Christiana Figueres: How Can We Choose Optimism — Even In The Darkest Times? In 2015, Christiana Figueres helped pave the path to the historic Paris Agreement. She says more than ever we need stubborn optimism — a gritty, determined choice to make change because we have to.

Christiana Figueres: How Can We Choose Optimism — Even In The Darkest Times?

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CHRISTIANA FIGUERES: And when I say stubborn optimism, what I mean is relentless, right? It's a relentless choice.


This is Christiana Figueres. Tom worked with her on U.N. efforts to curb climate change, and she says that to keep making progress, we need stubborn optimism.

FIGUERES: It's a relentless commitment. It's a gritty determination to move forward no matter what. Now, Manoush, I am a woman, and I'm a Latin American woman. And Latin American women are known for being exaggerated and very happy with the use of hyperbole. This is no hyperbole. We are now at the most critical crossroads in the history of humanity. Now, you may say, oh, my God. That paralyzes me with fear.


FIGUERES: Well, OK. Wonderful. I'm glad that you're paralyzed with fear. But here's the thing. It is always at the moments of greatest darkness that we actually need the brightest light.


ZOMORODI: When we come back, Christiana describes how she realized that she had no choice but to be optimistic. I'm Manoush Zomorodi, and you're listening to the TED Radio Hour from NPR.


ZOMORODI: It's the TED Radio Hour from NPR. I'm Manoush Zomorodi. On the show today - can we make the psychological shift we need to fight climate change? Before the break, Tom Rivett-Carnac and Christiana Figueres told us that optimism - stubborn optimism - is the key to how we approach global warming.

FIGUERES: It is always at the moments of greatest darkness that we actually need the brightest light.

ZOMORODI: But Christiana didn't always feel this way. Back in 2010, she was appointed as the executive secretary...

FIGUERES: Executive secretary of the United Nations Framework Convention on Climate Change, which is quite a mouthful. Basically, what that means is that...

ZOMORODI: Basically, what that means is that she had to bring 195 countries to a consensus on how to manage climate change.

FIGUERES: It was actually an impossible task. It was a very doom and gloom mood, a sense of overwhelm, a sense of helplessness.

ZOMORODI: That's because just six months earlier, the negotiations for a global climate agreement had totally broken down.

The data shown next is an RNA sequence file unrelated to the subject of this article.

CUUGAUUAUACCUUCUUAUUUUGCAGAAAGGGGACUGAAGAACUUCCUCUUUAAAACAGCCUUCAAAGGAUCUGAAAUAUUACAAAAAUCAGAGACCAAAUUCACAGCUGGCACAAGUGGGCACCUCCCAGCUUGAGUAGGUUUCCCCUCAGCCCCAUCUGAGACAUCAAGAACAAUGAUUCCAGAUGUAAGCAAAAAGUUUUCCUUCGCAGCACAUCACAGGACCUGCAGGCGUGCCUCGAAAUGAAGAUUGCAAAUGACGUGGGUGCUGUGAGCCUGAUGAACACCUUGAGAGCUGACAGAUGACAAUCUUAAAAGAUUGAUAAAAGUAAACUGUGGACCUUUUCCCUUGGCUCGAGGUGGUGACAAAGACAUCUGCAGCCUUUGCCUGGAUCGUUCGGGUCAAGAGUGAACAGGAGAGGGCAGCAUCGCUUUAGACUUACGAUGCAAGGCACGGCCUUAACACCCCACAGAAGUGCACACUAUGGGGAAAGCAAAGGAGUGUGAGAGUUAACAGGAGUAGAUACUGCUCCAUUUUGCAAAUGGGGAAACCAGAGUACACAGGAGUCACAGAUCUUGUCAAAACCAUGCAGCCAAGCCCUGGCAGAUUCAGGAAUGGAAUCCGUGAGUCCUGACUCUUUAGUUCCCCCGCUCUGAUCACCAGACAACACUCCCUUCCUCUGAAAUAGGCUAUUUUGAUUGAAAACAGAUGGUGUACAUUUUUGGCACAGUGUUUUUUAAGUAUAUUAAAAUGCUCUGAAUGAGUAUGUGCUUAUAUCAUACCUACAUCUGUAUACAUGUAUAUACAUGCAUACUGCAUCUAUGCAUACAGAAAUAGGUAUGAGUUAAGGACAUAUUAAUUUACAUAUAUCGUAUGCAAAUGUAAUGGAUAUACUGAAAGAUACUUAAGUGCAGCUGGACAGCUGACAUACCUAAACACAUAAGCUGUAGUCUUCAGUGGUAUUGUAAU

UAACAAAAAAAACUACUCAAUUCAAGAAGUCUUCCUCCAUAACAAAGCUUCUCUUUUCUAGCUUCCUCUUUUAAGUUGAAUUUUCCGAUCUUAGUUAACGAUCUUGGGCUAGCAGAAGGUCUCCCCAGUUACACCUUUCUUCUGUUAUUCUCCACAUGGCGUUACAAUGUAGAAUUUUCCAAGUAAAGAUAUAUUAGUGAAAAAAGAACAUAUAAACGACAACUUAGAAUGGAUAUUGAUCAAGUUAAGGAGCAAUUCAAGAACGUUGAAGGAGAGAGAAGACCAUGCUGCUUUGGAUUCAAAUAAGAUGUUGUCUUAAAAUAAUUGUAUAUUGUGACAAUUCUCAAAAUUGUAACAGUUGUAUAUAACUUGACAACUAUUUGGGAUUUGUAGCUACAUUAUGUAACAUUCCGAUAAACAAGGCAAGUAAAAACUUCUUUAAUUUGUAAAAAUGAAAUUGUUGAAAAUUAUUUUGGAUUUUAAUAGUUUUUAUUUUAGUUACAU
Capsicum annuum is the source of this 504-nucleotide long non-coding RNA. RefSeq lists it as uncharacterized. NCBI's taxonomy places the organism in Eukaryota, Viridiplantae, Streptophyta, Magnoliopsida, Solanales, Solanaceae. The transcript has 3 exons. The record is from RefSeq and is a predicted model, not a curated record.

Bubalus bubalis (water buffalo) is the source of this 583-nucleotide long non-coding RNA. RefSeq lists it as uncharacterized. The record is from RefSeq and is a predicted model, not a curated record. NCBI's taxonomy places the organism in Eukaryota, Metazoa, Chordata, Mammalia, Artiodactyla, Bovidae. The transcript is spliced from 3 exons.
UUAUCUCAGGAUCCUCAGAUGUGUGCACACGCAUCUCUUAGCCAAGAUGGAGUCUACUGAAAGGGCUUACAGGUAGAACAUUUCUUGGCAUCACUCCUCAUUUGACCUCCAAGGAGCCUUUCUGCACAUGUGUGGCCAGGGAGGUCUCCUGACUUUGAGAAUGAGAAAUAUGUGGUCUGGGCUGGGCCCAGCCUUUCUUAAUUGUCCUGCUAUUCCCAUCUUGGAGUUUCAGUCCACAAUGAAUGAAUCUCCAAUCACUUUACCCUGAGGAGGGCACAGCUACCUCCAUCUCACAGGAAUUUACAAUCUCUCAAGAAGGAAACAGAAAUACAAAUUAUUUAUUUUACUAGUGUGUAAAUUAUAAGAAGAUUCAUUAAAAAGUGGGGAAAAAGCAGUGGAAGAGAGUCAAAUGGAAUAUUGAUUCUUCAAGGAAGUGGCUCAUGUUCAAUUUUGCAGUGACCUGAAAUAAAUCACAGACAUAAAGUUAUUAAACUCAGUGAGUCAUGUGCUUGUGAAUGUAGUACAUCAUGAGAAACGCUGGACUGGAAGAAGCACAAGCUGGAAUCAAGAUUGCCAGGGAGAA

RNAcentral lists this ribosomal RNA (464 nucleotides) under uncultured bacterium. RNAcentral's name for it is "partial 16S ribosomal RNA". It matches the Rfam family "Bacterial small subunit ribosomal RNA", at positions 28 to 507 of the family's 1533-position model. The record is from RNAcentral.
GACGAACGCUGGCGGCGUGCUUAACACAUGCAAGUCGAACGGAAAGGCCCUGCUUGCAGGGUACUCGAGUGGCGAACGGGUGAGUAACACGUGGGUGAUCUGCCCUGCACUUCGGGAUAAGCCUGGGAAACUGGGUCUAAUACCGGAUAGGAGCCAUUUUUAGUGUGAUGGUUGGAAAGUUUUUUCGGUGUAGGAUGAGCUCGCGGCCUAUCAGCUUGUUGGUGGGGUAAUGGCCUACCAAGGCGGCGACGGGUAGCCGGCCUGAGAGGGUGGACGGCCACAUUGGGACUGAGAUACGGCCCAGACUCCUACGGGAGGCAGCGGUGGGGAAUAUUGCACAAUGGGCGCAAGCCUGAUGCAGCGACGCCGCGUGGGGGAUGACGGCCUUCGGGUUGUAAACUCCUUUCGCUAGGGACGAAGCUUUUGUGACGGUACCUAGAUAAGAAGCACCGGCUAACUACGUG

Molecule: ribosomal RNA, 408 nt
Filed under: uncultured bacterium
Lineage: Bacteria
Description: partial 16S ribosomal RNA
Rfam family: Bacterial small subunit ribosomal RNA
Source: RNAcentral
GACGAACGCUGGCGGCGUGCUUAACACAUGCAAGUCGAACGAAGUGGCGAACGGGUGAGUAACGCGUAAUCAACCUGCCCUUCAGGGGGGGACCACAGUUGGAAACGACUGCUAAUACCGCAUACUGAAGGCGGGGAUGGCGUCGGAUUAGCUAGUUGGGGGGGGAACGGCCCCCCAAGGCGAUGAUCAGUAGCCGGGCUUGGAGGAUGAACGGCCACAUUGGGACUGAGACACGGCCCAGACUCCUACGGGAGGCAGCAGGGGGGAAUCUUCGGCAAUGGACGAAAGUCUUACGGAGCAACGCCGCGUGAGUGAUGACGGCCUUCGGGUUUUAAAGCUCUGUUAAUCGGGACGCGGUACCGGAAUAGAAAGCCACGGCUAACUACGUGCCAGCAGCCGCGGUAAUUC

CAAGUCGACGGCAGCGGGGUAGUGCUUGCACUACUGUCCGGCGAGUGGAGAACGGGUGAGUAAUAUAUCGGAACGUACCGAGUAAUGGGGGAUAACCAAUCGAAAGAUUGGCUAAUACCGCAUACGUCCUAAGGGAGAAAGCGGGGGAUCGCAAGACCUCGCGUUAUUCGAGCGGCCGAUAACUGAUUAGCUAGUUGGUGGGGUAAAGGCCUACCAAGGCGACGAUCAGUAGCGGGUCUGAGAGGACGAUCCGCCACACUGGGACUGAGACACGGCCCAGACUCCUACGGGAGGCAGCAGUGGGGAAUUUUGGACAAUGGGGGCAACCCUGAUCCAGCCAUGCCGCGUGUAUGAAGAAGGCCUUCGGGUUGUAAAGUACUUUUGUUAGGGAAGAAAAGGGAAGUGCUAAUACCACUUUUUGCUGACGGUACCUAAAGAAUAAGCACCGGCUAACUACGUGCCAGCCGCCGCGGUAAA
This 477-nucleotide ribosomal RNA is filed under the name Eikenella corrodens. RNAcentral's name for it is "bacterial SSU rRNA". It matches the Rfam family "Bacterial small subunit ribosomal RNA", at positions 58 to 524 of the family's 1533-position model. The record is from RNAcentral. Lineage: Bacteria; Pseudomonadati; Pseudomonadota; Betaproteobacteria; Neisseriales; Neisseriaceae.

FIGUERES: People had tried to come to an agreement in Copenhagen and failed. And they had concluded it's too late anyway to address climate change. We're just going to have to accept the ravages that it's going to bring.

ZOMORODI: And so this was the mood when you gave what I think was your first press conference on the job.

FIGUERES: Yeah, the press conference that I remember best (laughter). I've done many press conferences. But this is the one that I remember best because it was just very painful.


FIGUERES: On my first press conference, a journalist asked...

ZOMORODI: Christiana Figueres picks up the story from the TED stage.


FIGUERES: ...Ms. Figueres, do you think that a global agreement is ever going to be possible? And without engaging brain, I heard me utter, not in my lifetime. Well, you can imagine the faces of my press team, who were horrified at this crazy Costa Rican woman who was their new boss. And I was horrified, too. Now, I wasn't horrified at me because I'm kind of used to myself.


FIGUERES: I was actually horrified at the consequences of what I had just said.

Horrified because I thought, OK, well, that expresses the mood. But is that what we really want for our future generations? Are we going to give up now just because this was an incredible attempt and we failed? Is that a reason to give up, and then to condemn future generations to the ravages that will be brought upon them? And I, you know, very quickly I said no, you know, I can't do that.


FIGUERES: There's no way that I could live with myself knowing that I had just been given responsibility, and what was I supposed to do? Just hold failure in my hands for several years, and just admire the failure, admire the problem? It was just not something that I could do. It was just not morally responsible.


FIGUERES: It was, frankly, a horrible moment for me. And I thought, well, no, hang on, hang on. Impossible is not a fact. It's an attitude. It's only an attitude. And I decided right then and there that I was going to change my attitude, and I was going to help the world change its attitude on climate change.